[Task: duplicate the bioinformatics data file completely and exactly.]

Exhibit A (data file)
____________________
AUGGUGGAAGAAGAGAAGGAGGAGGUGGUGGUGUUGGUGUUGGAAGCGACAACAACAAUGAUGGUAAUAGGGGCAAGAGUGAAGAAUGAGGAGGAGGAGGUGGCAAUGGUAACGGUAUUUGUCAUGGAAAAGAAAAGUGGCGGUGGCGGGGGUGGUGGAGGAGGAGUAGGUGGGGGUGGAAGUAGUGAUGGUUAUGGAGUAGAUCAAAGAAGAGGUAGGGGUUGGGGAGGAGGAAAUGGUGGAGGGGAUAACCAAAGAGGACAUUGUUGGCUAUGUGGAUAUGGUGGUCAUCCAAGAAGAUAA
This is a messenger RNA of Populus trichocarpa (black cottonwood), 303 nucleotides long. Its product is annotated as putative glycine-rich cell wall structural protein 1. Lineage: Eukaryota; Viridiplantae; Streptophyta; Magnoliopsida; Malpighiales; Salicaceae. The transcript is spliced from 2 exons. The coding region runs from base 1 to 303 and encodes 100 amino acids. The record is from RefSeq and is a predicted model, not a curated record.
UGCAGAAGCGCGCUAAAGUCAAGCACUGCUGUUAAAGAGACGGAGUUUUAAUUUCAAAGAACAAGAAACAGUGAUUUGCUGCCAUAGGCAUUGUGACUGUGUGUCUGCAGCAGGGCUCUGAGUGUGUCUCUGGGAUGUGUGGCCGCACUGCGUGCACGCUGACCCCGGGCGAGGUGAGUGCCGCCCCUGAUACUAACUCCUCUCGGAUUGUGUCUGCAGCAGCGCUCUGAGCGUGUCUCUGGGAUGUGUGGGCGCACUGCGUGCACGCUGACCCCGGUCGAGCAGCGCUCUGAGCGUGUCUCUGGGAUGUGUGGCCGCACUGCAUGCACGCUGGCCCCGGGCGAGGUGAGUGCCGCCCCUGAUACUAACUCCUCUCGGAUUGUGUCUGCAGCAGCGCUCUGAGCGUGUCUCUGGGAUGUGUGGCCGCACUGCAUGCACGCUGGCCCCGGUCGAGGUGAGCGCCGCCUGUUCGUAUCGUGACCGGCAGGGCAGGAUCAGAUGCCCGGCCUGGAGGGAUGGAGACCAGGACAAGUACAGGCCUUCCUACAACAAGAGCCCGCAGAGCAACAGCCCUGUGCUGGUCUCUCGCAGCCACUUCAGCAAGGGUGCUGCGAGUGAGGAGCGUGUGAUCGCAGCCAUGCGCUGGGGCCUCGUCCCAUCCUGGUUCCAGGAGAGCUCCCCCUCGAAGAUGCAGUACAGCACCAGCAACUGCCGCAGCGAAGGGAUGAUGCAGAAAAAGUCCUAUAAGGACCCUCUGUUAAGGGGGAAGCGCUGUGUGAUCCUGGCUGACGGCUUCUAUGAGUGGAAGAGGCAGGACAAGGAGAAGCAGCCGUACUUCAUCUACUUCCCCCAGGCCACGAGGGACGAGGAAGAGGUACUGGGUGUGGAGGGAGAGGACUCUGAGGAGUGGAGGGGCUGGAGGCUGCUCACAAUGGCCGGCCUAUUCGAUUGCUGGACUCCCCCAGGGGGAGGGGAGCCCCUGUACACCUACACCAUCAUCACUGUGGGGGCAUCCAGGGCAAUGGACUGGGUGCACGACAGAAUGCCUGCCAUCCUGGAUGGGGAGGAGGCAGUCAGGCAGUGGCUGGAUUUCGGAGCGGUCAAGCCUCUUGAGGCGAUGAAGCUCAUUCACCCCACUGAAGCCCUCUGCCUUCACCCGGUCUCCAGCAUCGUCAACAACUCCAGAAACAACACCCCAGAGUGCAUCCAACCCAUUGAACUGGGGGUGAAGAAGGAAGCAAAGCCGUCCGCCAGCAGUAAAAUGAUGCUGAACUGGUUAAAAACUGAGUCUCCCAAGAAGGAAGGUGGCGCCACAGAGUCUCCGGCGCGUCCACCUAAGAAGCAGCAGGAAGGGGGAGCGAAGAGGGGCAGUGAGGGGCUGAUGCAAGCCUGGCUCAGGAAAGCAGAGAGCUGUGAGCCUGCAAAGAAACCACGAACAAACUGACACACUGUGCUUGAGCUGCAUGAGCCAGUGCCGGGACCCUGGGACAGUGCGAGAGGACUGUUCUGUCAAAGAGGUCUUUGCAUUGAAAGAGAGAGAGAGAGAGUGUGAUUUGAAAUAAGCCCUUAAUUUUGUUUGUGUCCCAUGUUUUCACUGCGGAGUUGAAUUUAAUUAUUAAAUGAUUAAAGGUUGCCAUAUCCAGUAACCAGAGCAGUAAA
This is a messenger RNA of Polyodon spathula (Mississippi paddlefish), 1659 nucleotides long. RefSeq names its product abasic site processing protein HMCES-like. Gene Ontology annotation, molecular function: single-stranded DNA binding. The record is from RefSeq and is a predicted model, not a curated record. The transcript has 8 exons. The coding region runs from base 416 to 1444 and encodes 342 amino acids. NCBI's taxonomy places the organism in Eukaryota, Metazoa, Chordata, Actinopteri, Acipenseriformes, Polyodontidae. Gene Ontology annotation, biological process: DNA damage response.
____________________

AUGGUGGAAGAAGAGAAGGAGGAGGUGGUGGUGUUGGUGUUGGAAGCGACAACAACAAUGAUGGUAAUAGGGGCAAGAGUGAAGAAUGAGGAGGAGGAGGUGGCAAUGGUAACGGUAUUUGUCAUGGAAAAGAAAAGUGGCGGUGGCGGGGGUGGUGGAGGAGGAGUAGGUGGGGGUGGAAGUAGUGAUGGUUAUGGAGUAGAUCAAAGAAGAGGUAGGGGUUGGGGAGGAGGAAAUGGUGGAGGGGAUAACCAAAGAGGACAUUGUUGGCUAUGUGGAUAUGGUGGUCAUCCAAGAAGAUAA
This is a messenger RNA of Populus trichocarpa (black cottonwood), 303 nucleotides long. Its product is annotated as putative glycine-rich cell wall structural protein 1. Lineage: Eukaryota; Viridiplantae; Streptophyta; Magnoliopsida; Malpighiales; Salicaceae. The transcript is spliced from 2 exons. The coding region runs from base 1 to 303 and encodes 100 amino acids. The record is from RefSeq and is a predicted model, not a curated record.
UGCAGAAGCGCGCUAAAGUCAAGCACUGCUGUUAAAGAGACGGAGUUUUAAUUUCAAAGAACAAGAAACAGUGAUUUGCUGCCAUAGGCAUUGUGACUGUGUGUCUGCAGCAGGGCUCUGAGUGUGUCUCUGGGAUGUGUGGCCGCACUGCGUGCACGCUGACCCCGGGCGAGGUGAGUGCCGCCCCUGAUACUAACUCCUCUCGGAUUGUGUCUGCAGCAGCGCUCUGAGCGUGUCUCUGGGAUGUGUGGGCGCACUGCGUGCACGCUGACCCCGGUCGAGCAGCGCUCUGAGCGUGUCUCUGGGAUGUGUGGCCGCACUGCAUGCACGCUGGCCCCGGGCGAGGUGAGUGCCGCCCCUGAUACUAACUCCUCUCGGAUUGUGUCUGCAGCAGCGCUCUGAGCGUGUCUCUGGGAUGUGUGGCCGCACUGCAUGCACGCUGGCCCCGGUCGAGGUGAGCGCCGCCUGUUCGUAUCGUGACCGGCAGGGCAGGAUCAGAUGCCCGGCCUGGAGGGAUGGAGACCAGGACAAGUACAGGCCUUCCUACAACAAGAGCCCGCAGAGCAACAGCCCUGUGCUGGUCUCUCGCAGCCACUUCAGCAAGGGUGCUGCGAGUGAGGAGCGUGUGAUCGCAGCCAUGCGCUGGGGCCUCGUCCCAUCCUGGUUCCAGGAGAGCUCCCCCUCGAAGAUGCAGUACAGCACCAGCAACUGCCGCAGCGAAGGGAUGAUGCAGAAAAAGUCCUAUAAGGACCCUCUGUUAAGGGGGAAGCGCUGUGUGAUCCUGGCUGACGGCUUCUAUGAGUGGAAGAGGCAGGACAAGGAGAAGCAGCCGUACUUCAUCUACUUCCCCCAGGCCACGAGGGACGAGGAAGAGGUACUGGGUGUGGAGGGAGAGGACUCUGAGGAGUGGAGGGGCUGGAGGCUGCUCACAAUGGCCGGCCUAUUCGAUUGCUGGACUCCCCCAGGGGGAGGGGAGCCCCUGUACACCUACACCAUCAUCACUGUGGGGGCAUCCAGGGCAAUGGACUGGGUGCACGACAGAAUGCCUGCCAUCCUGGAUGGGGAGGAGGCAGUCAGGCAGUGGCUGGAUUUCGGAGCGGUCAAGCCUCUUGAGGCGAUGAAGCUCAUUCACCCCACUGAAGCCCUCUGCCUUCACCCGGUCUCCAGCAUCGUCAACAACUCCAGAAACAACACCCCAGAGUGCAUCCAACCCAUUGAACUGGGGGUGAAGAAGGAAGCAAAGCCGUCCGCCAGCAGUAAAAUGAUGCUGAACUGGUUAAAAACUGAGUCUCCCAAGAAGGAAGGUGGCGCCACAGAGUCUCCGGCGCGUCCACCUAAGAAGCAGCAGGAAGGGGGAGCGAAGAGGGGCAGUGAGGGGCUGAUGCAAGCCUGGCUCAGGAAAGCAGAGAGCUGUGAGCCUGCAAAGAAACCACGAACAAACUGACACACUGUGCUUGAGCUGCAUGAGCCAGUGCCGGGACCCUGGGACAGUGCGAGAGGACUGUUCUGUCAAAGAGGUCUUUGCAUUGAAAGAGAGAGAGAGAGAGUGUGAUUUGAAAUAAGCCCUUAAUUUUGUUUGUGUCCCAUGUUUUCACUGCGGAGUUGAAUUUAAUUAUUAAAUGAUUAAAGGUUGCCAUAUCCAGUAACCAGAGCAGUAAA
This is a messenger RNA of Polyodon spathula (Mississippi paddlefish), 1659 nucleotides long. RefSeq names its product abasic site processing protein HMCES-like. Gene Ontology annotation, molecular function: single-stranded DNA binding. The record is from RefSeq and is a predicted model, not a curated record. The transcript has 8 exons. The coding region runs from base 416 to 1444 and encodes 342 amino acids. NCBI's taxonomy places the organism in Eukaryota, Metazoa, Chordata, Actinopteri, Acipenseriformes, Polyodontidae. Gene Ontology annotation, biological process: DNA damage response.